Whose short and narrow-vergèd shade 
Does prudently their toils upbraid; 
While all the flowers and trees do close 
To weave the garlands of repose. 

Fair Quiet, have I found thee here, 
And Innocence, thy sister dear! 
Mistaken long, I sought you then 
In busy companies of men: 
Your sacred plants, if here below, 
Only among the plants will grow; 
Society is all but rude, 
To this delicious solitude. 

No white nor red was ever seen 
So amorous as this lovely green; 
Fond lovers, cruel as their flame, 
Cut in these trees their mistress' name. 
Little, alas, they know or heed, 
How far these beauties hers exceed! 
Fair trees! wheresoe'er your barks I wound 
No name shall but your own be found. 

When we have run our passion's heat, 
Love hither makes his best retreat: 
The gods who mortal beauty chase, 
Still in a tree did end their race. 
Apollo hunted Daphne so, 
Only that she might laurel grow, 
And Pan did after Syrinx speed, 
Not as a nymph, but for a reed. 

What wondrous life is this I lead! 
Ripe apples drop about my head; 
The luscious clusters of the vine 
Upon my mouth do crush their wine; 
The nectarine and curious peach 
Into my hands themselves do reach; 
Stumbling on melons as I pass, 
Insnared with flowers, I fall on grass.

Meanwhile the mind, from pleasure less, 
Withdraws into its happiness: 
The mind, that ocean where each kind 
Does straight its own resemblance find; 
Yet it creates, transcending these, 
Far other worlds, and other seas; 
Annihilating all that's made 
To a green thought in a green shade. 

Here at the fountain's sliding foot, 
Or at some fruit-tree's mossy root, 
Casting the body's vest aside, 
My soul into the boughs does glide: 
There like a bird it sits and sings, 
Then whets and combs its silver wings; 
And, till prepared for longer flight, 
Waves in its plumes the various light. 

Such was that happy garden-state, 
While man there walked without a mate: 
After a place so pure and sweet, 
What other help could yet be meet! 
But 'twas beyond a mortal's share 
To wander solitary there: 
Two paradises 'twere in one 
To live in Paradise alone. 

How well the skillful gard'ner drew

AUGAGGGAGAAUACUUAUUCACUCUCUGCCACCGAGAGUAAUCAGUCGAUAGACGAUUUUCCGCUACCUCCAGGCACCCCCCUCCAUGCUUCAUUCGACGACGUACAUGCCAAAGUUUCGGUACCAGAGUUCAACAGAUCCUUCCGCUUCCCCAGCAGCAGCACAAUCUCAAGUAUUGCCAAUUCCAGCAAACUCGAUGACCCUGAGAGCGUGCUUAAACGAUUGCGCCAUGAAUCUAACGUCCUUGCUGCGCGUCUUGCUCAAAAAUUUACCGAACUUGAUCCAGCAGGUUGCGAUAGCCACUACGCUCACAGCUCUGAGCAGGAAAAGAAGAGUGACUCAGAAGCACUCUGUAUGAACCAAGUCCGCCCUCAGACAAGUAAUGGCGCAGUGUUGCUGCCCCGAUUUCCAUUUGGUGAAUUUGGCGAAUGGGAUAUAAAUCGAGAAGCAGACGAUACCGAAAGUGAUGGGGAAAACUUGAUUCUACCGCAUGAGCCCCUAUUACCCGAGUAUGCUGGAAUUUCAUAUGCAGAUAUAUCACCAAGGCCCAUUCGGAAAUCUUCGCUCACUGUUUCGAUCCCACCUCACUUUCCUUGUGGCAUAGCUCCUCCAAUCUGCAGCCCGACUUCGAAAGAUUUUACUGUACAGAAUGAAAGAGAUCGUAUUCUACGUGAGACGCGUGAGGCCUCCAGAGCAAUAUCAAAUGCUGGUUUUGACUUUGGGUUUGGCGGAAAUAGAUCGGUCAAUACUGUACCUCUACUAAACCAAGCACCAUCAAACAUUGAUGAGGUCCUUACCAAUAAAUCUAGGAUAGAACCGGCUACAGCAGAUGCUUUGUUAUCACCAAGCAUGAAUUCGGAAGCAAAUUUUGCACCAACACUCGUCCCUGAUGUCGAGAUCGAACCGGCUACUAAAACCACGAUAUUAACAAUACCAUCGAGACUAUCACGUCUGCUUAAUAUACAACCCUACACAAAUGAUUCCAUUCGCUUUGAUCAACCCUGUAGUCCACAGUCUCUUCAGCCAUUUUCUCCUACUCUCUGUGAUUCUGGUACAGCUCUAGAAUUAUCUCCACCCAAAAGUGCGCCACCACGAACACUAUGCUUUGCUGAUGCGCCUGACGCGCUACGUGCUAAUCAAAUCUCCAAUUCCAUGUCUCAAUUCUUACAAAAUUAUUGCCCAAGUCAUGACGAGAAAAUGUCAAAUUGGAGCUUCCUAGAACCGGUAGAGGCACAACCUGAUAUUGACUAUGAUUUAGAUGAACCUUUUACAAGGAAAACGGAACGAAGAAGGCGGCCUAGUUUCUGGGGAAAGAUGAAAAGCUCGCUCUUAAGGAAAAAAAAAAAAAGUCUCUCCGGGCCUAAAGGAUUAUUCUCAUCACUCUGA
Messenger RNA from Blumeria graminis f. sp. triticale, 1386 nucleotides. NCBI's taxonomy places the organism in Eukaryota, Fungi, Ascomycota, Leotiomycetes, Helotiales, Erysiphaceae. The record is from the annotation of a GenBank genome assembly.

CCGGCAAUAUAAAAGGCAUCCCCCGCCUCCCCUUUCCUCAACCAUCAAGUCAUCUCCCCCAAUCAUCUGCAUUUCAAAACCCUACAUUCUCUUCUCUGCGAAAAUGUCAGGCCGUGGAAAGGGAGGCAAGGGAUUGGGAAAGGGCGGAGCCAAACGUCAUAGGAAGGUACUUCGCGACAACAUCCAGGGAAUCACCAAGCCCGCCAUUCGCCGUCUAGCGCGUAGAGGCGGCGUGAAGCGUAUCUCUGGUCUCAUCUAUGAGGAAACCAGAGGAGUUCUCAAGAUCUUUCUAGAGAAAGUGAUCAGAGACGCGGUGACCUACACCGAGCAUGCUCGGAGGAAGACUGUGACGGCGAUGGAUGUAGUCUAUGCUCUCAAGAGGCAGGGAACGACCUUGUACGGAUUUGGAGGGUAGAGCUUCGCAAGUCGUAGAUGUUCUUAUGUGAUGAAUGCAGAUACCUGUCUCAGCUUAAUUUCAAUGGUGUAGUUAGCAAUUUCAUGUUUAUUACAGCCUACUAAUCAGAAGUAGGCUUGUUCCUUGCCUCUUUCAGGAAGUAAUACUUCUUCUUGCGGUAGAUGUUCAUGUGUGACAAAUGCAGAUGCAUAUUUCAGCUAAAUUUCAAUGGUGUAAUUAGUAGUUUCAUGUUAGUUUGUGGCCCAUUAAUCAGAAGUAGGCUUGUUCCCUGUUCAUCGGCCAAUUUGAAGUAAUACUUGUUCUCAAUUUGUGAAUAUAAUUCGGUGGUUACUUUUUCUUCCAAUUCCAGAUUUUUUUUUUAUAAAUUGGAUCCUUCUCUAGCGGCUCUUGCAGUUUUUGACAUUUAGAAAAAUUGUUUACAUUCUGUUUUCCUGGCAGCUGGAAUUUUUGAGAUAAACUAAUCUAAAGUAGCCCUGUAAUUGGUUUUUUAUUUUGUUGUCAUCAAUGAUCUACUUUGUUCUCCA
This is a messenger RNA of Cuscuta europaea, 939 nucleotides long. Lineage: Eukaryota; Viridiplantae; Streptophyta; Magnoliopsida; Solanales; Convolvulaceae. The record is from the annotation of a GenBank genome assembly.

Of flowers and herbs this dial new; 
Where from above the milder sun 
Does through a fragrant zodiac run; 
And, as it works, th' industrious bee 
Computes its time as well as we. 
How could such sweet and wholesome hours 
Be reckoned but with herbs and flowers!

This poem is in the public domain.

This poem is in the public domain.

Andrew Marvell

Andrew Marvell

A well-known politician, English poet and satirist Andrew Marvell held office in Oliver Cromwell's government and represented Hull to Parliament during the Restoration.

by this poet

poem
Where the remote Bermudas ride   
In the ocean's bosom unespied,   
From a small boat that row'd along   
The listening woods received this song:   
  
'What should we do but sing His praise
That led us through the watery maze   
Unto an isle so long unknown,   
And yet far kinder than our own?   
Where He the
poem
My mind was once the true survey
    Of all these meadows fresh and gay,
    And in the greenness of the grass
    Did see its hopes as in a glass;
    When Juliana came, and she
What I do to the grass, does to my thoughts and me.

    But these, while I with sorrow pine,
    Grew more luxuriant still and fine
poem
My Love is of a birth as rare
As 'tis for object strange and high:
It was begotten by Despair
Upon Impossibility.

Magnanimous Despair alone
Could show me so divine a thing,
Where feeble Hope could ne'er have flown
But vainly flapped its Tinsel wing.

And yet I quickly might arrive
Where my extended soul is fixt